What next for Daesh? by Dr Brian Brivati

In response to the advances in Mosul, Daesh attacked Kirkuk but were repelled. They seem to be running out of Iraqi options. The day after Daesh, when the federal government has retaken all the territory taken by Daesh, is looking closer every day. But this victory will not be the end of the war. It’s helpful to think of Daesh and AQ as competing brand franchises of Islamic extremism, and as a franchise Daesh’s defeat in Iraq will allow Al Qaeda (AQ) to overtake them. AQ is advancing again and Daesh need something to get them back in the game. There are two dynamics that will help them recover. The first is that Daesh will be displaced but not destroyed. As I have written before, Daesh cannot be destroyed but only changed in form. So the question is: where does it go? The second is the election of Donald Trump in the US.

Daesh need to attack somewhere new in order to regain momentum and take over from the resurgent AQ brand. If you look around the Middle East the obvious place to move back to is Syria. But that would actually expose the group to the likely onslaught that will come from the Trump regime. So Daesh will likely find a new state to undermine and destroy. The weakest state in the region and the state that is open to be shattered from within is Lebanon. With the presence of Iranian proxies this approach also gives the group the opportunity to take the fight directly to their enemy. It would open a new front in the civil war within Islam and with the massive refugee population in the country the human cost could dwarf what we have seen in Iraq or even Syria.

As they sit in their caves, the leadership of Daesh and AQ and the other groups will be planning for a series of attacks on US targets in January. Their intention, as laid out in the Manual of Savagery, will be to draw the US back into the ground war in the Middle East. There will be a joint US-Russian onslaught on Daesh and their allies but they need something else to trick Trump into committing troops once more to the region. Trump could of course quail, and like all bullies when confronted with the reality of danger, buckle. There is a great episode in the first season of the West Wing, in which President Bartlett’s favorite doctor is killed in Jordan and he wants the fury of the US to rain down on those responsible. What, he asks, is the virtue of a proportionate response? The same exchange – or something like it – will take place after an attack in January. Trump will be either be the bully who when he looks at the reality of actually killing people pulls back, or the bully who does not understand the consequences of this actions. My guess is that he will listen to the most extreme option and see what happens. This will play directly into the hands of Daesh who once more will be the go to brand of Islamists in the Middle East. Even if he does not commit ground troops, a massive escalation of air attacks and even more indiscriminate use of drones, will have a similar impact. All the franchises will be refreshed and the victory in Iraq will end up looking like a pyrrhic victory for the Iraqis and for the West.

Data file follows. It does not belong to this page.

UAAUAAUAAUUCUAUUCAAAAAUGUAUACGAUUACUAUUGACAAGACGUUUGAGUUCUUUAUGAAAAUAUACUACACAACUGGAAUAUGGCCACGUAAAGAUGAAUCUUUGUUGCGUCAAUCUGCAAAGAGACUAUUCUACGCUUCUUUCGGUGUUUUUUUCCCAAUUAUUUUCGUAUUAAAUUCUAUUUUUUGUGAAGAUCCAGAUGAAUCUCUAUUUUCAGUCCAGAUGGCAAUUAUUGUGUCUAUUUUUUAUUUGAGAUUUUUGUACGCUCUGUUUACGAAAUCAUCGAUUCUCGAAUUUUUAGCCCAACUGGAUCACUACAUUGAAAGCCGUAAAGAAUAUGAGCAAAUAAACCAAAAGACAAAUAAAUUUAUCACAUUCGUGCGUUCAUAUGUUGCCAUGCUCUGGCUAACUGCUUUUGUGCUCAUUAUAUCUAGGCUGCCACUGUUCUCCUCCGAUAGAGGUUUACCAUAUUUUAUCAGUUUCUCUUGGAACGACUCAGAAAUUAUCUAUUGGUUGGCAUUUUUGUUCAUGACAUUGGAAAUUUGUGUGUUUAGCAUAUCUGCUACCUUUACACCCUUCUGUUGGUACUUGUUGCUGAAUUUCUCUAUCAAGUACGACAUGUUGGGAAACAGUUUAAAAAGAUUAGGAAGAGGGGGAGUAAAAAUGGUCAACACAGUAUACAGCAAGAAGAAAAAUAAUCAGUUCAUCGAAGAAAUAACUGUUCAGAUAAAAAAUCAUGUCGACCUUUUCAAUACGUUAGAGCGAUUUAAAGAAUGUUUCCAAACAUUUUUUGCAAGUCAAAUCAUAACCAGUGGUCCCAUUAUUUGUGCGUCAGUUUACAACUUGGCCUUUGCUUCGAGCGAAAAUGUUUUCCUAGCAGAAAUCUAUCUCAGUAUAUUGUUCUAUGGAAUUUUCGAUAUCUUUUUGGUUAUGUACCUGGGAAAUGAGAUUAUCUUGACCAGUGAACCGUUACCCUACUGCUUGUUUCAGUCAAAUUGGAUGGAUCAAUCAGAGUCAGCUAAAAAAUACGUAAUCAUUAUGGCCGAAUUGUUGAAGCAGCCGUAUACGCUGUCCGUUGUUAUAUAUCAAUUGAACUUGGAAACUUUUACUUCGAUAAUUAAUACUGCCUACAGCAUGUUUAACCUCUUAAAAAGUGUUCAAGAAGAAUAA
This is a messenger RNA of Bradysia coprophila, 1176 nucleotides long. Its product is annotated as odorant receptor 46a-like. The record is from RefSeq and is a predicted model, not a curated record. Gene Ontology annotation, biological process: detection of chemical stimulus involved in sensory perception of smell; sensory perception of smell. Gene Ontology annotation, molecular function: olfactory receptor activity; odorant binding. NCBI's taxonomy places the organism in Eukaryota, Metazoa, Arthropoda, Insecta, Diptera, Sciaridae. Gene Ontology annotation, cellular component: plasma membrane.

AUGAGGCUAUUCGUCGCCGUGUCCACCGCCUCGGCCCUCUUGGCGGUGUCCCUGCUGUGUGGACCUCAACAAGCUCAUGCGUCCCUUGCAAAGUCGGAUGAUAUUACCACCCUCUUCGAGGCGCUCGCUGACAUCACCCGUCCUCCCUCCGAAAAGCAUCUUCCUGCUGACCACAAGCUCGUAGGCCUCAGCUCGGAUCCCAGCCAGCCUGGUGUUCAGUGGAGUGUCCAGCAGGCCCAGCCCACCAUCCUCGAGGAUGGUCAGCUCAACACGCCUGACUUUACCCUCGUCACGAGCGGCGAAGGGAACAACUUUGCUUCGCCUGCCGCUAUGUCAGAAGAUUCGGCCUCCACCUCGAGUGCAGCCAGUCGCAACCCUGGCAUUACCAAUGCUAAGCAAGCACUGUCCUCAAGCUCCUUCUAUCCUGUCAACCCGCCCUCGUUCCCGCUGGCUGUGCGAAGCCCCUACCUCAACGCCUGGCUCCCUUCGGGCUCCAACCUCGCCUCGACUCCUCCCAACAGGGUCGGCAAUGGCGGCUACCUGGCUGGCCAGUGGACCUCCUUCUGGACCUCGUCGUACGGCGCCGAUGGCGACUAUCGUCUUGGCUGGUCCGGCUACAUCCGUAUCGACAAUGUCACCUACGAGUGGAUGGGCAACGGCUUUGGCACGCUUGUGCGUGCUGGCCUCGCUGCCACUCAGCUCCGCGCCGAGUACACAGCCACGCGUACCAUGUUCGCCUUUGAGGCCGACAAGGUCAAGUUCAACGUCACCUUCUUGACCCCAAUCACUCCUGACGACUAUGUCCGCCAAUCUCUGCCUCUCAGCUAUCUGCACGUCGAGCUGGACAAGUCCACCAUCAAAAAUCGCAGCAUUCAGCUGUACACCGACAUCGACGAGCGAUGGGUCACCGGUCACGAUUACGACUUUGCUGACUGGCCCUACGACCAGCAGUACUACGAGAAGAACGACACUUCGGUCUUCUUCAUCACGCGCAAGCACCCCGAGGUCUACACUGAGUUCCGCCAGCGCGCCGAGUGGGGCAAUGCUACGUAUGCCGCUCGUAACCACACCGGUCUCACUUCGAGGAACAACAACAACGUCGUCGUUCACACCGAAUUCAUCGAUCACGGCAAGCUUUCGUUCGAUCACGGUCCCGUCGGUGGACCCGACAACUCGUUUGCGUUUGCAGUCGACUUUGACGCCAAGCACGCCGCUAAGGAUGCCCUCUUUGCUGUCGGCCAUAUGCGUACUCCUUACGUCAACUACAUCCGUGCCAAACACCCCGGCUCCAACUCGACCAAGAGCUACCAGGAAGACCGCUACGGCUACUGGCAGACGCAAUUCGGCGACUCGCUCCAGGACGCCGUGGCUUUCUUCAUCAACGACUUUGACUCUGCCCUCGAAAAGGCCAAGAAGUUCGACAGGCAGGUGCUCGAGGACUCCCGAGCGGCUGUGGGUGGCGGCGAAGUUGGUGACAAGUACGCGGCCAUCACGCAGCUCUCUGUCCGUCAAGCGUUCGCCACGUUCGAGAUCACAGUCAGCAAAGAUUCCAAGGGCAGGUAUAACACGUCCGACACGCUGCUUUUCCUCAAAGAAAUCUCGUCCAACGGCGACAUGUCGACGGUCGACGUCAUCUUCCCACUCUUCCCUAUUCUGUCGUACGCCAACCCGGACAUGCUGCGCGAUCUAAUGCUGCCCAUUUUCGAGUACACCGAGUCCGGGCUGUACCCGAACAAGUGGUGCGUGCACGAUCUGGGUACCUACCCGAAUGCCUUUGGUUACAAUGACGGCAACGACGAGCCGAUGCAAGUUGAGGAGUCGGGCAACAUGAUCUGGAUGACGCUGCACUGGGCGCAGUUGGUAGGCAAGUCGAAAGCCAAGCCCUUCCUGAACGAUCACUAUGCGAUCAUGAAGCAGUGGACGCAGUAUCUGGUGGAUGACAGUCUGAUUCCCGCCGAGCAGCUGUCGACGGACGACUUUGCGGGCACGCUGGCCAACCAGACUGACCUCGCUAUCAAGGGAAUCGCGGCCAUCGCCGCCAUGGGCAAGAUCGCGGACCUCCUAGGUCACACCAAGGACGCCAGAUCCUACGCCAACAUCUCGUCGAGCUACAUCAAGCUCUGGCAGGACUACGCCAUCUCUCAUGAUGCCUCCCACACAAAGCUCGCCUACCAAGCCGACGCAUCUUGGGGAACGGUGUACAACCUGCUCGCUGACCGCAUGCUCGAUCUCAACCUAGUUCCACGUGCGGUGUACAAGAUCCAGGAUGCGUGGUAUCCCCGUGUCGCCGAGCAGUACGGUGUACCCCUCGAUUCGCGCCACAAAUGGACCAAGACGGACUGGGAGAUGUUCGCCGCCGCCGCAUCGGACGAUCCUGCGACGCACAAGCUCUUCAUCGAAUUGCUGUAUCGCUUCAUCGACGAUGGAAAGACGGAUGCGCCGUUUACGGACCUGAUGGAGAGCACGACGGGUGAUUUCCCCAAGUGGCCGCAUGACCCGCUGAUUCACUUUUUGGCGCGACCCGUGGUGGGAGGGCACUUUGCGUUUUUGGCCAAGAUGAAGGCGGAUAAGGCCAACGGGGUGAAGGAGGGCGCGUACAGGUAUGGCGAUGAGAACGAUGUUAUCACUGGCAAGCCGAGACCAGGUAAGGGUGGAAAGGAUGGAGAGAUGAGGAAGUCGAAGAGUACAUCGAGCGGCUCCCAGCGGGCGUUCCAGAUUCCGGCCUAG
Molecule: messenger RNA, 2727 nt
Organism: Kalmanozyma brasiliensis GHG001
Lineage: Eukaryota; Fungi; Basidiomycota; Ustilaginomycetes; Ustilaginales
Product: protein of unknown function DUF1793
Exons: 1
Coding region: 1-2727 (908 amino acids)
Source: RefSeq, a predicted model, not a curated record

Indeed, it might be even worse. If Trump does what he has promised to do, a renewed Daesh franchise could destroy the fragile post-Daesh reconciliation process and return Iraq to its near civil war position. All of the Obama administration’s slow and careful work will fall apart. The real wisdom of Obama’s approach has been the recognition that this is a long war. It will be longer than even Afghanistan, the longest war the US has ever fought. It is a war with a myriad of front lines that are both military and ideological. It is war with weapons that are words and images as much as bullets and bombs. The purpose of the war is to separate, isolate and destroy the extremists while building bridges and connections with the rest of the Islamic world. It is not a war against Islam, it is war within Islam. It is the peaceful majority that must be empowered to prevail. That will not be done by blanket bombing. What are you going to blanket bomb? If the conflict’s new front line becomes Lebanon then we may look back as the Obama era as a golden age of contained conflict in the region and relative peace and security at home. In addition to targeting Lebanon, Daesh will take the fight directly to the West now. In their competition to lead the extremists, they will need victories in western capitals and most especially in the US to pull ahead. And with Trump in charge the US response will write its own manual of savagery into the history of the Middle East.